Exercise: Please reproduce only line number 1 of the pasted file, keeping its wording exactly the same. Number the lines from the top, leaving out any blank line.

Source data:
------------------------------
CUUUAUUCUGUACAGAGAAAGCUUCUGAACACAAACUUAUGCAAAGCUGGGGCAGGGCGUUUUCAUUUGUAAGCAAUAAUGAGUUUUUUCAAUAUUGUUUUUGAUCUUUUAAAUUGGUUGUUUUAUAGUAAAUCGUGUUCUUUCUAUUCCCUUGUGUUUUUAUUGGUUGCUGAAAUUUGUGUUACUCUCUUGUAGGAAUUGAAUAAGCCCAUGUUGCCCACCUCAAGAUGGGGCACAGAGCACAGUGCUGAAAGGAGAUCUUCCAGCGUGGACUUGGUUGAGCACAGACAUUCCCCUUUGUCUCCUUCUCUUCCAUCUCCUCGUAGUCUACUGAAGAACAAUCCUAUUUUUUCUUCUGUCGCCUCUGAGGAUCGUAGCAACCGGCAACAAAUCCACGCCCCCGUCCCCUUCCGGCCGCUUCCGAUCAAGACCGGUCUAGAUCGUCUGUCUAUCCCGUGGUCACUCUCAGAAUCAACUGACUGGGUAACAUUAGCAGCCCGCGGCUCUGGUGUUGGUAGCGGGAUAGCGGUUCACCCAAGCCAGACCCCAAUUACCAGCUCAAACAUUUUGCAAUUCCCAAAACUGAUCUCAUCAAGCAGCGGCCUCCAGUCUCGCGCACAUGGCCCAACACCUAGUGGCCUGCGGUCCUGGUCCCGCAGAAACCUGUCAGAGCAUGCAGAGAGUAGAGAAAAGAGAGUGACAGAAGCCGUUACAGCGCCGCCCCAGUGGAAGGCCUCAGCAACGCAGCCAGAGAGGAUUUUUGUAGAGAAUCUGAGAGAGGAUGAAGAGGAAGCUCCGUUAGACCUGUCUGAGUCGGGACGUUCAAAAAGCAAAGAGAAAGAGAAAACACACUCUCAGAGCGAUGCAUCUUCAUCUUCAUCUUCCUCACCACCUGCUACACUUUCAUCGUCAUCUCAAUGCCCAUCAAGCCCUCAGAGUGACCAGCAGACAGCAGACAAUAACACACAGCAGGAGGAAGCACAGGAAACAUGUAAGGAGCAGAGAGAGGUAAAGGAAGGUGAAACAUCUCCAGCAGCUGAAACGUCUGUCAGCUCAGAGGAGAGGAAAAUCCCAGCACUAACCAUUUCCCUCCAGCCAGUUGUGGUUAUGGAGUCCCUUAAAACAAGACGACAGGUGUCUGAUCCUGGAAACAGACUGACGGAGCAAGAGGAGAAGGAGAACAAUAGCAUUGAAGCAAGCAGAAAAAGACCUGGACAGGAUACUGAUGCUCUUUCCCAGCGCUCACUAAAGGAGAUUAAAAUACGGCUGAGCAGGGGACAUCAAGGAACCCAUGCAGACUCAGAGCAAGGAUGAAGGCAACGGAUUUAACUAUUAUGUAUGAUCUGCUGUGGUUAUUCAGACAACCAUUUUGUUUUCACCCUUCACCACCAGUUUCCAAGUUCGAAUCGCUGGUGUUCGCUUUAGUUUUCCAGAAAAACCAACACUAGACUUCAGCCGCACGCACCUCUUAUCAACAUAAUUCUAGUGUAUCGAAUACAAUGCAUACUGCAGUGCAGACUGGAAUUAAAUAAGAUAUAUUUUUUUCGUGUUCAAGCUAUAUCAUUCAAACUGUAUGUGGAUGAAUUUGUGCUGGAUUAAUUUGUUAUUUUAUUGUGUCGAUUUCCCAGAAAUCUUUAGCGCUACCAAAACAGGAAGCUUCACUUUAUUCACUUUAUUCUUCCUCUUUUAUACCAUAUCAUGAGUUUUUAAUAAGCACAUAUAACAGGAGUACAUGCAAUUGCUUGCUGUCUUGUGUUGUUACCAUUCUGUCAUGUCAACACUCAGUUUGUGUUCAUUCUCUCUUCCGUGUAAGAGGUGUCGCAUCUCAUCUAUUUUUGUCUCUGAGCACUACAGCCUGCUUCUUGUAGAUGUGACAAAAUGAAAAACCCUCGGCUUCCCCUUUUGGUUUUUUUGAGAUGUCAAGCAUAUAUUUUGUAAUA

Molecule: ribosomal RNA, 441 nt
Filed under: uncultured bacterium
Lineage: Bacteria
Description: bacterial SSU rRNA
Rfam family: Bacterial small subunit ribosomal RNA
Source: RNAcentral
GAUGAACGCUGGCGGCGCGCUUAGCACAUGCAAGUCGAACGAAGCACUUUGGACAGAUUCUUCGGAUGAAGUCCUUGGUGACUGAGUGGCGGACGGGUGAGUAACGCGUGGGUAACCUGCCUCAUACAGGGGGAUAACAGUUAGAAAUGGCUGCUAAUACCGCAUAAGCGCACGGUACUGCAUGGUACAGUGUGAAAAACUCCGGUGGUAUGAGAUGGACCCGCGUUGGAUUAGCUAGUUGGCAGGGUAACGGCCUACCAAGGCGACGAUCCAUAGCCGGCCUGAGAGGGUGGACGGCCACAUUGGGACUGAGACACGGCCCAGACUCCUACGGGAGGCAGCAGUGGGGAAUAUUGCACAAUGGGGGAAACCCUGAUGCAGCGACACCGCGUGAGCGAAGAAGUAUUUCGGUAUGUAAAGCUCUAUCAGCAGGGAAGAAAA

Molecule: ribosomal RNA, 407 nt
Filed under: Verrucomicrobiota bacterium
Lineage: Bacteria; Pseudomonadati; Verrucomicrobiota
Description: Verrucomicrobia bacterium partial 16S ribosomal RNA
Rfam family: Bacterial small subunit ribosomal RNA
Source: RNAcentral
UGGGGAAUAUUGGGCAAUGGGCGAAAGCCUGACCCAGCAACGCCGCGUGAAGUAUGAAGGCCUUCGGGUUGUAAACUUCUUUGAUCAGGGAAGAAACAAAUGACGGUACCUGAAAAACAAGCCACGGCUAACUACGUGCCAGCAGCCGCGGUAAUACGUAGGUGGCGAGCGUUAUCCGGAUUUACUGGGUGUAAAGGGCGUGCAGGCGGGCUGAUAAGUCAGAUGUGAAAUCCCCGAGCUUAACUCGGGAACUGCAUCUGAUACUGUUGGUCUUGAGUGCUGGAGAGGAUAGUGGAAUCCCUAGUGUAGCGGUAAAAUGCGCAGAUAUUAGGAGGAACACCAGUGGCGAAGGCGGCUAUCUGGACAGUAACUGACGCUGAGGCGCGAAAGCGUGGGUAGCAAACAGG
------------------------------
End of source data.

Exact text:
CUUUAUUCUGUACAGAGAAAGCUUCUGAACACAAACUUAUGCAAAGCUGGGGCAGGGCGUUUUCAUUUGUAAGCAAUAAUGAGUUUUUUCAAUAUUGUUUUUGAUCUUUUAAAUUGGUUGUUUUAUAGUAAAUCGUGUUCUUUCUAUUCCCUUGUGUUUUUAUUGGUUGCUGAAAUUUGUGUUACUCUCUUGUAGGAAUUGAAUAAGCCCAUGUUGCCCACCUCAAGAUGGGGCACAGAGCACAGUGCUGAAAGGAGAUCUUCCAGCGUGGACUUGGUUGAGCACAGACAUUCCCCUUUGUCUCCUUCUCUUCCAUCUCCUCGUAGUCUACUGAAGAACAAUCCUAUUUUUUCUUCUGUCGCCUCUGAGGAUCGUAGCAACCGGCAACAAAUCCACGCCCCCGUCCCCUUCCGGCCGCUUCCGAUCAAGACCGGUCUAGAUCGUCUGUCUAUCCCGUGGUCACUCUCAGAAUCAACUGACUGGGUAACAUUAGCAGCCCGCGGCUCUGGUGUUGGUAGCGGGAUAGCGGUUCACCCAAGCCAGACCCCAAUUACCAGCUCAAACAUUUUGCAAUUCCCAAAACUGAUCUCAUCAAGCAGCGGCCUCCAGUCUCGCGCACAUGGCCCAACACCUAGUGGCCUGCGGUCCUGGUCCCGCAGAAACCUGUCAGAGCAUGCAGAGAGUAGAGAAAAGAGAGUGACAGAAGCCGUUACAGCGCCGCCCCAGUGGAAGGCCUCAGCAACGCAGCCAGAGAGGAUUUUUGUAGAGAAUCUGAGAGAGGAUGAAGAGGAAGCUCCGUUAGACCUGUCUGAGUCGGGACGUUCAAAAAGCAAAGAGAAAGAGAAAACACACUCUCAGAGCGAUGCAUCUUCAUCUUCAUCUUCCUCACCACCUGCUACACUUUCAUCGUCAUCUCAAUGCCCAUCAAGCCCUCAGAGUGACCAGCAGACAGCAGACAAUAACACACAGCAGGAGGAAGCACAGGAAACAUGUAAGGAGCAGAGAGAGGUAAAGGAAGGUGAAACAUCUCCAGCAGCUGAAACGUCUGUCAGCUCAGAGGAGAGGAAAAUCCCAGCACUAACCAUUUCCCUCCAGCCAGUUGUGGUUAUGGAGUCCCUUAAAACAAGACGACAGGUGUCUGAUCCUGGAAACAGACUGACGGAGCAAGAGGAGAAGGAGAACAAUAGCAUUGAAGCAAGCAGAAAAAGACCUGGACAGGAUACUGAUGCUCUUUCCCAGCGCUCACUAAAGGAGAUUAAAAUACGGCUGAGCAGGGGACAUCAAGGAACCCAUGCAGACUCAGAGCAAGGAUGAAGGCAACGGAUUUAACUAUUAUGUAUGAUCUGCUGUGGUUAUUCAGACAACCAUUUUGUUUUCACCCUUCACCACCAGUUUCCAAGUUCGAAUCGCUGGUGUUCGCUUUAGUUUUCCAGAAAAACCAACACUAGACUUCAGCCGCACGCACCUCUUAUCAACAUAAUUCUAGUGUAUCGAAUACAAUGCAUACUGCAGUGCAGACUGGAAUUAAAUAAGAUAUAUUUUUUUCGUGUUCAAGCUAUAUCAUUCAAACUGUAUGUGGAUGAAUUUGUGCUGGAUUAAUUUGUUAUUUUAUUGUGUCGAUUUCCCAGAAAUCUUUAGCGCUACCAAAACAGGAAGCUUCACUUUAUUCACUUUAUUCUUCCUCUUUUAUACCAUAUCAUGAGUUUUUAAUAAGCACAUAUAACAGGAGUACAUGCAAUUGCUUGCUGUCUUGUGUUGUUACCAUUCUGUCAUGUCAACACUCAGUUUGUGUUCAUUCUCUCUUCCGUGUAAGAGGUGUCGCAUCUCAUCUAUUUUUGUCUCUGAGCACUACAGCCUGCUUCUUGUAGAUGUGACAAAAUGAAAAACCCUCGGCUUCCCCUUUUGGUUUUUUUGAGAUGUCAAGCAUAUAUUUUGUAAUA